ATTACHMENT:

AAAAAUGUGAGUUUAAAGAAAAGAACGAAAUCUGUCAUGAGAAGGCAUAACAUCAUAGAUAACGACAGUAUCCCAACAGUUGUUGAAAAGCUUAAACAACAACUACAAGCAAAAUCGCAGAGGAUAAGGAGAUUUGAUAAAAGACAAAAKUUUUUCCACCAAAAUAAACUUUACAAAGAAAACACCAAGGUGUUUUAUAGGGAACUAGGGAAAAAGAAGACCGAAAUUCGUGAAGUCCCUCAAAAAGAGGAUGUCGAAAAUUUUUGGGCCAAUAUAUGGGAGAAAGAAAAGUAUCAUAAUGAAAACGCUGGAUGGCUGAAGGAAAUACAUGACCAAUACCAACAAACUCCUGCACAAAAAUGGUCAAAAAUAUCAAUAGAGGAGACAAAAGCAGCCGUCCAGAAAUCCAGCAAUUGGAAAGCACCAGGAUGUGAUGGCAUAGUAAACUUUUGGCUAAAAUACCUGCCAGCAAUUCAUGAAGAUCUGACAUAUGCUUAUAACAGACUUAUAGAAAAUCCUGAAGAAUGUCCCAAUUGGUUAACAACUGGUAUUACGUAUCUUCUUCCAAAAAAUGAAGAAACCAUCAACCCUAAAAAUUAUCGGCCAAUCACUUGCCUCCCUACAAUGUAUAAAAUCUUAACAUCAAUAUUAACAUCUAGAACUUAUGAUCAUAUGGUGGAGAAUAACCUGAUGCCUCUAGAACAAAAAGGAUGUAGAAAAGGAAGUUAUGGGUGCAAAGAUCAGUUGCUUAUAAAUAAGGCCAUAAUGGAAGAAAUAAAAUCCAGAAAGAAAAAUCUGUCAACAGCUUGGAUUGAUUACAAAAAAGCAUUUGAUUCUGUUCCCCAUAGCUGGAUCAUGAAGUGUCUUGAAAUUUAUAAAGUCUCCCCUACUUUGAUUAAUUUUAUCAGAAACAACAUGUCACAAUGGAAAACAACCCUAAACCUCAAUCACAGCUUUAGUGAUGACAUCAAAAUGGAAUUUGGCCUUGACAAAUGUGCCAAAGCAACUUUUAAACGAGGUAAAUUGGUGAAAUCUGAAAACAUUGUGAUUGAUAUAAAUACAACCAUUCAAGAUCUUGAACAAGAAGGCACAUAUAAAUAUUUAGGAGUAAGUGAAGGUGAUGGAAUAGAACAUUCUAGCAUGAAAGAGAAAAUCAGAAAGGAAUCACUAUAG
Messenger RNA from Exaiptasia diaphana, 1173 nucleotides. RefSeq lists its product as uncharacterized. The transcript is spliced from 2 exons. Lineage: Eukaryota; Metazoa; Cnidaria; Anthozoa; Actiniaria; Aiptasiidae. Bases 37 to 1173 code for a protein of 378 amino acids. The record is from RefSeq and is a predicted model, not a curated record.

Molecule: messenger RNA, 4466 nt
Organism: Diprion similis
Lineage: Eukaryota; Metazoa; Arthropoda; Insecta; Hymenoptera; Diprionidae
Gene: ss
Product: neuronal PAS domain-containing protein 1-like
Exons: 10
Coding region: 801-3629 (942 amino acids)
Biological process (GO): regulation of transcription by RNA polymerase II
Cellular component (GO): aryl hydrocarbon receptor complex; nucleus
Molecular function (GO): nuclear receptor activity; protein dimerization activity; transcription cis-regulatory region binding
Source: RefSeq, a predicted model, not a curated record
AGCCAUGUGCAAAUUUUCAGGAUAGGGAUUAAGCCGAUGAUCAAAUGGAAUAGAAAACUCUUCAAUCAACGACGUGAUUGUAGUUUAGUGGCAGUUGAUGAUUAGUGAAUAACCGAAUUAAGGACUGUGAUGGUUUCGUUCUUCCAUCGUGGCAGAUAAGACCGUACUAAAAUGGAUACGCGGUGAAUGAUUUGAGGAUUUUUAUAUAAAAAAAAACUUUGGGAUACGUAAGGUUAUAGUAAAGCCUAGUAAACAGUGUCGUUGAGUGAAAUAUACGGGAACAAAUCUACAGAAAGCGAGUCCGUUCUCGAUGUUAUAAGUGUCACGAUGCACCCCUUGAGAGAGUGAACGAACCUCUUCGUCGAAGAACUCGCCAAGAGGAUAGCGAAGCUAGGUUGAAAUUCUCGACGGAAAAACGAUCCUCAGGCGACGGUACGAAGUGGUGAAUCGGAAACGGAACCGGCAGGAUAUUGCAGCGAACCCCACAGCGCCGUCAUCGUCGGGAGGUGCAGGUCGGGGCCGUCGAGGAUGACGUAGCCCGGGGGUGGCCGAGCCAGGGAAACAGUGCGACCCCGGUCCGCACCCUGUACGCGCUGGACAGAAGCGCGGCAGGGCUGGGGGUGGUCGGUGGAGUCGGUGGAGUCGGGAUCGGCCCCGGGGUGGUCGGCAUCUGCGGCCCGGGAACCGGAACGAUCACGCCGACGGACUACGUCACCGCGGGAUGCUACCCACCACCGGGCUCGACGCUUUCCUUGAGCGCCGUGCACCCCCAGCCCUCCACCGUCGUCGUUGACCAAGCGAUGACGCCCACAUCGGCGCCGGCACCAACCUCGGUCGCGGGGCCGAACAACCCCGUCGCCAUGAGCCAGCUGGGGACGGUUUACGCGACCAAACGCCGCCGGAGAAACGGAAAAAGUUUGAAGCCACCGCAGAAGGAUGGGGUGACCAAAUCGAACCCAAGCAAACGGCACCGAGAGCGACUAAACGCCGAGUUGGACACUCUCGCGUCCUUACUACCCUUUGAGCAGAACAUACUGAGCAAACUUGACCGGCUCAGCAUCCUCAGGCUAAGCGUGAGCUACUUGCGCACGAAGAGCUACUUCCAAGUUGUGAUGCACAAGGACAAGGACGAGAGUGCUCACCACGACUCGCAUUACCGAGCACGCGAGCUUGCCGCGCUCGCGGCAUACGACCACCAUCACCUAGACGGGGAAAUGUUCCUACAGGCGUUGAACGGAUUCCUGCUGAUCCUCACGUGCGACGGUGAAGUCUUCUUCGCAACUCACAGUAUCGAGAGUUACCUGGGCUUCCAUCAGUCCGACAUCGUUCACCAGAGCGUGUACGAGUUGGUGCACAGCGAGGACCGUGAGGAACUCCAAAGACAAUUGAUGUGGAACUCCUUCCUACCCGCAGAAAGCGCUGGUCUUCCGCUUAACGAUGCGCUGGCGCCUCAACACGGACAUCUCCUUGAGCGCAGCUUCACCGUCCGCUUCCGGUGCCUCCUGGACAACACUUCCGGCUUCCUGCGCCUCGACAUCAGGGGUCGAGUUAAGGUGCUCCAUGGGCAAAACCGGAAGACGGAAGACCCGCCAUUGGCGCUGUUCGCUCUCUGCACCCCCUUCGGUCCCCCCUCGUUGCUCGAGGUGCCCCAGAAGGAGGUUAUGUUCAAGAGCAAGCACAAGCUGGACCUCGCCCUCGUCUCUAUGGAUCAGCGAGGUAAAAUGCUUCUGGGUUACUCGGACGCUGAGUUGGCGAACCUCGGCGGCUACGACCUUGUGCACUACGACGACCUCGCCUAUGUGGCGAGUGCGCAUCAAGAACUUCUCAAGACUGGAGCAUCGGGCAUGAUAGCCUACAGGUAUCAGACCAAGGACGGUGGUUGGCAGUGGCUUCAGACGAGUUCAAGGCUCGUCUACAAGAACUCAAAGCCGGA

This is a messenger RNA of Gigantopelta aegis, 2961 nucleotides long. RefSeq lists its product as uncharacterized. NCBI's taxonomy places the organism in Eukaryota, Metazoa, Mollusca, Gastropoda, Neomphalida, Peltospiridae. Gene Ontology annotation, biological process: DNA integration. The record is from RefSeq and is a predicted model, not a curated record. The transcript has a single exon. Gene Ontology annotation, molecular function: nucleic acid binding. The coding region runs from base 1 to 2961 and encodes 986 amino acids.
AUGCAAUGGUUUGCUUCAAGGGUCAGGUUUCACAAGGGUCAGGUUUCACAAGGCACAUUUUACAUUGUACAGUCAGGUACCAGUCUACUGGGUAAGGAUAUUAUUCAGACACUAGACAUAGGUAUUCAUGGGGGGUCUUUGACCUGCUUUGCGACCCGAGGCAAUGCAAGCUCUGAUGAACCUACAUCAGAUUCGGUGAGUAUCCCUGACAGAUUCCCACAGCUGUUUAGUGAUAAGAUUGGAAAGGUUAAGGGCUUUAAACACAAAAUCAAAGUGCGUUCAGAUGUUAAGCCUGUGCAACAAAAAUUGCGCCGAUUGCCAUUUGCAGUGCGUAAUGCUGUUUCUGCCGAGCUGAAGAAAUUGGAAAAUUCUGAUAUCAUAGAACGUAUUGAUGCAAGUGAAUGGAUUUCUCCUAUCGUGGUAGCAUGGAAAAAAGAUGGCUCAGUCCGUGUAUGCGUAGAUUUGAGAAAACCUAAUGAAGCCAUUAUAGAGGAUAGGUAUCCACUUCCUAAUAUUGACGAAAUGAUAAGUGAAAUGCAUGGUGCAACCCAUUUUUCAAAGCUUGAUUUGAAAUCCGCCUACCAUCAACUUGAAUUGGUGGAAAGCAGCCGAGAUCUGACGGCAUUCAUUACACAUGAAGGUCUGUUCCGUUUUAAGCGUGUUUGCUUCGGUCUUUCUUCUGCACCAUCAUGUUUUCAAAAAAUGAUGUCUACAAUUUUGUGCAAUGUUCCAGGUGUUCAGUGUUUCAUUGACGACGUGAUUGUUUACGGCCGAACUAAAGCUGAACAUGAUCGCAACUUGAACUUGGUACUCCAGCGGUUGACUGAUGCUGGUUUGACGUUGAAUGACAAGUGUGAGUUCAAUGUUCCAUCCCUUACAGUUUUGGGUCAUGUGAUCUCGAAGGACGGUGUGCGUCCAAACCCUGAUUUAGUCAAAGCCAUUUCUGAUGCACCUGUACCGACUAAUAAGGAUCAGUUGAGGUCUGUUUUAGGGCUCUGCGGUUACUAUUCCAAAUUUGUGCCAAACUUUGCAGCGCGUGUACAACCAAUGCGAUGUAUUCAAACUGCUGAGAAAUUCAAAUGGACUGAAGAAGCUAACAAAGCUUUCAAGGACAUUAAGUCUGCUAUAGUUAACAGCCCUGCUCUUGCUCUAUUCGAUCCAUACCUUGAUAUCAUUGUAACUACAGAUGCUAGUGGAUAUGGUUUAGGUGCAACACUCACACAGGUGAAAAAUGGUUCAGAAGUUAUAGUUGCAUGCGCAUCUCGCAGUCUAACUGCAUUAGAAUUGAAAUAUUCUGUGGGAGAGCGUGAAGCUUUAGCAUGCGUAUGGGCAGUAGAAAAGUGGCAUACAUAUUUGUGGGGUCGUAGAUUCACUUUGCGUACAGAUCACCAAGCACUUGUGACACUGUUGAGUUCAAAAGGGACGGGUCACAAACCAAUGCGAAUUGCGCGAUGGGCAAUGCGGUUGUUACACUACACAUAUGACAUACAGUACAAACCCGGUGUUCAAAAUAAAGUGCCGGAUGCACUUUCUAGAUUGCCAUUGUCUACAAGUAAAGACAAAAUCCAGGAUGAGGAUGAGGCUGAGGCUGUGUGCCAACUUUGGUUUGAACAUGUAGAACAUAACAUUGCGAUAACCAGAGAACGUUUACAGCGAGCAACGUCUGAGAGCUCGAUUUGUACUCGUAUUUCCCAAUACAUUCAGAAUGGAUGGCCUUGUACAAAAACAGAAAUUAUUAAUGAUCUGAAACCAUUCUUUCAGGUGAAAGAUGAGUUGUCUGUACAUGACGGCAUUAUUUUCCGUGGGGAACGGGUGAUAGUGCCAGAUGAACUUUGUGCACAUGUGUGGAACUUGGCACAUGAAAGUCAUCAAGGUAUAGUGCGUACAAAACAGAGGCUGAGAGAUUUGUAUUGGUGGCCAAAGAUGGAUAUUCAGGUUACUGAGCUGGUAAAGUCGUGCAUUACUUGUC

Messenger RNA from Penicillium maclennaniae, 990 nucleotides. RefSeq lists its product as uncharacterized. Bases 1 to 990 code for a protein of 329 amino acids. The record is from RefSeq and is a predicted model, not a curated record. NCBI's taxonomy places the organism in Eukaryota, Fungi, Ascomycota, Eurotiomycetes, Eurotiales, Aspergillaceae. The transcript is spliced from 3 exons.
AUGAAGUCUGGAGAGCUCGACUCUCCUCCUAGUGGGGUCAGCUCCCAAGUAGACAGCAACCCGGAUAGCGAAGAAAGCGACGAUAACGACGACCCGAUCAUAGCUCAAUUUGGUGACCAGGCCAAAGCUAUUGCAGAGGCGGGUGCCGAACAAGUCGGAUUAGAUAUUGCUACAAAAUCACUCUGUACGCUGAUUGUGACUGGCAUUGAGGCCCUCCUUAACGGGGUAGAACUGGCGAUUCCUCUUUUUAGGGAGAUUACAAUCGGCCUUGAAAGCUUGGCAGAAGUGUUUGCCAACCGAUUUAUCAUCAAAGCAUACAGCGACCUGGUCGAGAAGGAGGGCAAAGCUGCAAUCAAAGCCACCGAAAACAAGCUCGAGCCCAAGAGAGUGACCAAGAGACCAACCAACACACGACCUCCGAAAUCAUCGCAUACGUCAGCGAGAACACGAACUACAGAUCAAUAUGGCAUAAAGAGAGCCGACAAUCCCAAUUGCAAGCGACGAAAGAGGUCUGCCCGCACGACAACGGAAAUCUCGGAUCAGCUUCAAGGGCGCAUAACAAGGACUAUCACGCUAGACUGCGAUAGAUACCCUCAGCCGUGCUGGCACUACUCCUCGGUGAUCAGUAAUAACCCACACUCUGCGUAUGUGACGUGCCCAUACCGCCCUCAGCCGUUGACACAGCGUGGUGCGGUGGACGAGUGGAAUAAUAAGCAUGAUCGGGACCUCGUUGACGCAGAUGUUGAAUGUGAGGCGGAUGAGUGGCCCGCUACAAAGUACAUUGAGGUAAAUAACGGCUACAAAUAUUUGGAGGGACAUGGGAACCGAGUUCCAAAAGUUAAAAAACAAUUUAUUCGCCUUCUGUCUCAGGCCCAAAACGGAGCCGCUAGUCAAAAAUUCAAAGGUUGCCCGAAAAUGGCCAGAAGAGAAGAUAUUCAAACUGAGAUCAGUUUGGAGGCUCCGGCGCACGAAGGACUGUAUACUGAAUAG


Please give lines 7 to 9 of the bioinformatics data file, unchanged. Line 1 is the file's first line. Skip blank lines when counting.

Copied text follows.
Product: neuronal PAS domain-containing protein 1-like
Exons: 10
Coding region: 801-3629 (942 amino acids)